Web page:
Mr. Speaker, I rise on a question of privilege in regard to the matter of introducing government public bills in the Senate.
My leader raised the issue with you under the provisions of Standing Order 52. It should be noted that since my leader's application for a special debate, a third bill has appeared on the Senate order paper today.
I bring this to your attention at this time, not as a matter of ministerial responsibility and not as a matter of debate, but as a matter of our procedures and practices which only you, Mr. Speaker, can entertain under the guise of privilege. The situation is unique to this Parliament, so I ask that you be patient and consider my arguments carefully.
This situation is unique because three out of the five recognized parties in the House of Commons do not have representation in the other place. The Prime Minister's use of the Senate as the first house to consider his government's legislation is insulting and offensive to the dignity of this elected House. It is also disrespectful to the new political reality of this House and its members.
Beauchesne's sixth edition, citation 28, states “Parliament is a court with respect to its own privileges and dignity and the privileges of its members”.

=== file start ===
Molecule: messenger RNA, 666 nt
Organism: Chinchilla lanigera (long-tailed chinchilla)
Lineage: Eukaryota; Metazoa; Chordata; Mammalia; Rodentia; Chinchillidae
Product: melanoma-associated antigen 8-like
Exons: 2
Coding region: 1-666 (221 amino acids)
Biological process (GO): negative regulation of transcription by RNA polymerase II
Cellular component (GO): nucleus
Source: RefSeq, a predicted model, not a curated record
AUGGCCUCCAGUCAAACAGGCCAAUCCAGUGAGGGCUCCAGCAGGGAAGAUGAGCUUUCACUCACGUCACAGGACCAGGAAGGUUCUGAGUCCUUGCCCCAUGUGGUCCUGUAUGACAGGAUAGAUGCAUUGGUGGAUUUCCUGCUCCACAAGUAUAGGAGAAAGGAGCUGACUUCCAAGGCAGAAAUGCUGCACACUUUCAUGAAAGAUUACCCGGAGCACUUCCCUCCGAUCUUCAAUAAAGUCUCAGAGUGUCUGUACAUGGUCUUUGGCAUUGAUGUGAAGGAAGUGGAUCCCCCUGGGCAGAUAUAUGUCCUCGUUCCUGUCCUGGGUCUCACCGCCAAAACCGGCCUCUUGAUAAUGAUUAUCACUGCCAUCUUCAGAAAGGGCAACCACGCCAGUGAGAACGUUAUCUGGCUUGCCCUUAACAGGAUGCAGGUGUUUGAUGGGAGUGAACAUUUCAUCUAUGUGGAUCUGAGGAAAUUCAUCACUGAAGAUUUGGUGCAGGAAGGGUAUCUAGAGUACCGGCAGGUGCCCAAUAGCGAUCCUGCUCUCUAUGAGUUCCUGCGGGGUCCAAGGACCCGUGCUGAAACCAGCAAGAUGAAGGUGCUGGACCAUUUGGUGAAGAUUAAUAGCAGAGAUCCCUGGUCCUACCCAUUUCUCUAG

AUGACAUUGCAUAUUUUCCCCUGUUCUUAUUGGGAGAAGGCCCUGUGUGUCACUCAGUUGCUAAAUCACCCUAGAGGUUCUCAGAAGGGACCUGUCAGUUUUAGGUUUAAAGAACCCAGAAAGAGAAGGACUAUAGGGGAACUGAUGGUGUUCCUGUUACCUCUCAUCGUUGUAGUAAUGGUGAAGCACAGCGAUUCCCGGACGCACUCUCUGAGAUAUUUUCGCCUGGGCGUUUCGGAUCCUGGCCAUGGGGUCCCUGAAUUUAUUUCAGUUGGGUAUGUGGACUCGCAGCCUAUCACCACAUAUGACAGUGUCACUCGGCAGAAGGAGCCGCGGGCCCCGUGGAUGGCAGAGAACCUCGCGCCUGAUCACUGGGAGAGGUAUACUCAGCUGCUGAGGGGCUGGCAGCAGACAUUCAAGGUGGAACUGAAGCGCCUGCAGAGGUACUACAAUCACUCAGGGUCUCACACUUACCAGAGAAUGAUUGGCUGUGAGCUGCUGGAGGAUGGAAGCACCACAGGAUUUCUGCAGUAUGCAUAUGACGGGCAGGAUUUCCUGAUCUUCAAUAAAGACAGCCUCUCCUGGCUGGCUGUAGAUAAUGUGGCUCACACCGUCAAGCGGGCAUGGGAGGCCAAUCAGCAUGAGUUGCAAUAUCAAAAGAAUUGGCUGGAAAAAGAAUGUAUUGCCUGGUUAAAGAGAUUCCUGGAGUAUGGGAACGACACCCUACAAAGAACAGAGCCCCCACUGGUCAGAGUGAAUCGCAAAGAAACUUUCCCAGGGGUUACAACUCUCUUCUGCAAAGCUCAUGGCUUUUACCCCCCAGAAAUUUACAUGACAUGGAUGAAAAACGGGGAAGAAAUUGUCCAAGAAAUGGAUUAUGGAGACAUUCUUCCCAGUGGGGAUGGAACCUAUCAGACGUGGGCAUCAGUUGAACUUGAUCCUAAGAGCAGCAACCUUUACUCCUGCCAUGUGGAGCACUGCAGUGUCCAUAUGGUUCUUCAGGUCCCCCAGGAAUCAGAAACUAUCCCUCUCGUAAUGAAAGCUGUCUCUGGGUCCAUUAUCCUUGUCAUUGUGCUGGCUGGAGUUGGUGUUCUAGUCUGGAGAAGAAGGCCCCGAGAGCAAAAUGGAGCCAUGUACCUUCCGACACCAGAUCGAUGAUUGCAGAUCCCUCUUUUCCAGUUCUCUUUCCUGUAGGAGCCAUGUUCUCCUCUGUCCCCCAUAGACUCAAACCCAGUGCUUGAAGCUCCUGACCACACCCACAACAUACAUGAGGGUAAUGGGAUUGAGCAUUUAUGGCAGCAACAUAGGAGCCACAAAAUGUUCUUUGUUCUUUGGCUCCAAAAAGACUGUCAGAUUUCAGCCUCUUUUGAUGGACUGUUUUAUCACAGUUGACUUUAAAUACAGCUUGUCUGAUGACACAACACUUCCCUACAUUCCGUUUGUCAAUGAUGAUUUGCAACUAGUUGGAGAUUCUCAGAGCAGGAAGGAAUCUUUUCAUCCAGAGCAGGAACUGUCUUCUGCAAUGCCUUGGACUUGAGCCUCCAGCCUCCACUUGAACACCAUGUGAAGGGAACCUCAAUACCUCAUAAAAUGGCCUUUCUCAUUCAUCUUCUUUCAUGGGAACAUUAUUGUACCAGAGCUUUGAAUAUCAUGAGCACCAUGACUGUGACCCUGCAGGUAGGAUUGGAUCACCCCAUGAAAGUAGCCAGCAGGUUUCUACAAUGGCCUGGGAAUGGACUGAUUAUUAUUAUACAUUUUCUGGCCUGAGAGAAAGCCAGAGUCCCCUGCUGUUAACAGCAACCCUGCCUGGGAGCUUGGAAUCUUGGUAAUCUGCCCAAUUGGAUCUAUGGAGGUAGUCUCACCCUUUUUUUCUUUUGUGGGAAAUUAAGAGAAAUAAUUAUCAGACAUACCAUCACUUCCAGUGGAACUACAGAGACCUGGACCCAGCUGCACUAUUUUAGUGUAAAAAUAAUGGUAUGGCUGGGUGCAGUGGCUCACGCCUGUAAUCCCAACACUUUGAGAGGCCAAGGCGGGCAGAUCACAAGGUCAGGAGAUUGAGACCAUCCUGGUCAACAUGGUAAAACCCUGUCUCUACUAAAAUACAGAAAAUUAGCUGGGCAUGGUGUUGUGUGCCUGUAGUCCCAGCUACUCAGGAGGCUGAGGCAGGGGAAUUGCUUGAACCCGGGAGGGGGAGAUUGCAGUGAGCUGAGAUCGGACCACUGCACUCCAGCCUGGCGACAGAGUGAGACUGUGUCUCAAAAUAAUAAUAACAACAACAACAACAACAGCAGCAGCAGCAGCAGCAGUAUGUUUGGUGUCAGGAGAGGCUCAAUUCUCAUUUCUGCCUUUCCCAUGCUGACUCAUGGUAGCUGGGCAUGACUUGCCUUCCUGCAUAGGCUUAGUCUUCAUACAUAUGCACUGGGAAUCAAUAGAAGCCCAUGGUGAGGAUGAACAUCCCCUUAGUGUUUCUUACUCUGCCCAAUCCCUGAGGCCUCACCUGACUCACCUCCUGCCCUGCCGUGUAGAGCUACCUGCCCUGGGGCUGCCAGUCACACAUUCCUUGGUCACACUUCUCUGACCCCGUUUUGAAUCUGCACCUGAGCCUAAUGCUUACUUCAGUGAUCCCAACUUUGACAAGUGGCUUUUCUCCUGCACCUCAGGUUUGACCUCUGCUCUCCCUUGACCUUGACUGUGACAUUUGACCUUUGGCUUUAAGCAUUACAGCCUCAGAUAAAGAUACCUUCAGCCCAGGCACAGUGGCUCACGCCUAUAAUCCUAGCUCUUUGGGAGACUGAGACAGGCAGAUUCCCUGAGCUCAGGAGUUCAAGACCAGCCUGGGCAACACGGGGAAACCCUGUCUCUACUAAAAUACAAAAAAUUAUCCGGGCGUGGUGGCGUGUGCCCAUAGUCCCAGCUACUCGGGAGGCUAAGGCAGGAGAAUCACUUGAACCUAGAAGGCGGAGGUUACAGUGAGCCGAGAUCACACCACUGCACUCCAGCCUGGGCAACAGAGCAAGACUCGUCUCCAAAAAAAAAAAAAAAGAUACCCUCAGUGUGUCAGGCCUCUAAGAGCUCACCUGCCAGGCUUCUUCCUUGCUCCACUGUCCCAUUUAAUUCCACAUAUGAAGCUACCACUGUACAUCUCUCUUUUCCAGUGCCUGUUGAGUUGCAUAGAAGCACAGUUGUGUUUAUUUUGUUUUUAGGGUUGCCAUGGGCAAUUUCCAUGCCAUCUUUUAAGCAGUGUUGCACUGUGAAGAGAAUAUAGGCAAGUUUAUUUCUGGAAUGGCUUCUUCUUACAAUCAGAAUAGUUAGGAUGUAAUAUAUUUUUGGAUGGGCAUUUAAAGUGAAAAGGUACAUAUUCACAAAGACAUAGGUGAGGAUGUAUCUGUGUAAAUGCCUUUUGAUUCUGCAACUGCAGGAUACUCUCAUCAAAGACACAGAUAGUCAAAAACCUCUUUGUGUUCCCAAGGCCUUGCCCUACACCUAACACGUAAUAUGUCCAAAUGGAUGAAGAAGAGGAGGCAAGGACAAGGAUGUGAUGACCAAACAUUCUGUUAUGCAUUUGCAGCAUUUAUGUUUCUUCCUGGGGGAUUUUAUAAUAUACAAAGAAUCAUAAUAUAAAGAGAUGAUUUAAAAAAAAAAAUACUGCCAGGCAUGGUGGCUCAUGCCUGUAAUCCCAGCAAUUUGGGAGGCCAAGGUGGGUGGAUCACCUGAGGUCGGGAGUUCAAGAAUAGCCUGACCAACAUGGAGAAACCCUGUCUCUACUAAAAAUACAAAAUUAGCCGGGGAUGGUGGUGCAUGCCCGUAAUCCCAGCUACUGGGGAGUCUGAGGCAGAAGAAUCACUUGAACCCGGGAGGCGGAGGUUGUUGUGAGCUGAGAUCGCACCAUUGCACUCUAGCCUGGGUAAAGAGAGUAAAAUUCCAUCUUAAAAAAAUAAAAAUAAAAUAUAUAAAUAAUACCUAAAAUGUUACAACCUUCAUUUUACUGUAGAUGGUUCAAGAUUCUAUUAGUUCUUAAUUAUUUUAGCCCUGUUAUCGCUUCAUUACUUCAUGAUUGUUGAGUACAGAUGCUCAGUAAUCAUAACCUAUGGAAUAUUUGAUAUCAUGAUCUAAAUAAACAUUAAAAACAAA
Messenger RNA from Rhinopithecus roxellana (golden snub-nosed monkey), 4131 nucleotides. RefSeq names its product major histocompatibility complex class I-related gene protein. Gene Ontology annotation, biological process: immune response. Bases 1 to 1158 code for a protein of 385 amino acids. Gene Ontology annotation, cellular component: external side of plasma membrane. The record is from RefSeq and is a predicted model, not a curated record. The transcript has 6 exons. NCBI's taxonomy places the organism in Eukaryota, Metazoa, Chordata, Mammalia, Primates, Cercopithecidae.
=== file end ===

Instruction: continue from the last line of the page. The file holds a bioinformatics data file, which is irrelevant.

In Erskine May's 21st edition, at page 115, it states that an offence for contempt “may be treated as contempt even though there is no precedent for the offence”.
This is the first time that the Senate will consider government public bills prior to the House at a time when the party representation in the Senate is so out of sync with the wishes of the electorate. While there is clearly no precedent for this situation, we are not precluded from finding that the action of the Prime Minister is in contempt of this House.
Mr. Speaker, I refer you to Beauchesne's citation 3 which describes some elements of the Constitution Act as follows “If the electorate so wishes, the system presupposes an opposition ready and willing to attack the government in an attempt to have its legislation altered or rejected”.
Our system presupposes that the elected members be the real opposition to government legislation. The electorate has elected its government and its opposition. The role of the Senate is for sober second thought and must not be the front line of opposition to ensure government accountability.
Some might argue that the procedure the Prime Minister is using is in order. What they fail to recognize is the changing circumstances that guide our practices. I refer you, Mr. Speaker, to Beauchesne's sixth edition, citation 11, which reads “The House is to adjust the interpretation of its precedents and tradition in the light of changing circumstances”.
In conclusion, we claim the right to consider government public bills first. The Prime Minister's conduct in introducing government legislation in the Senate is offensive to the dignity of this elected House, disrespectful to all of its members and is a contempt of this House.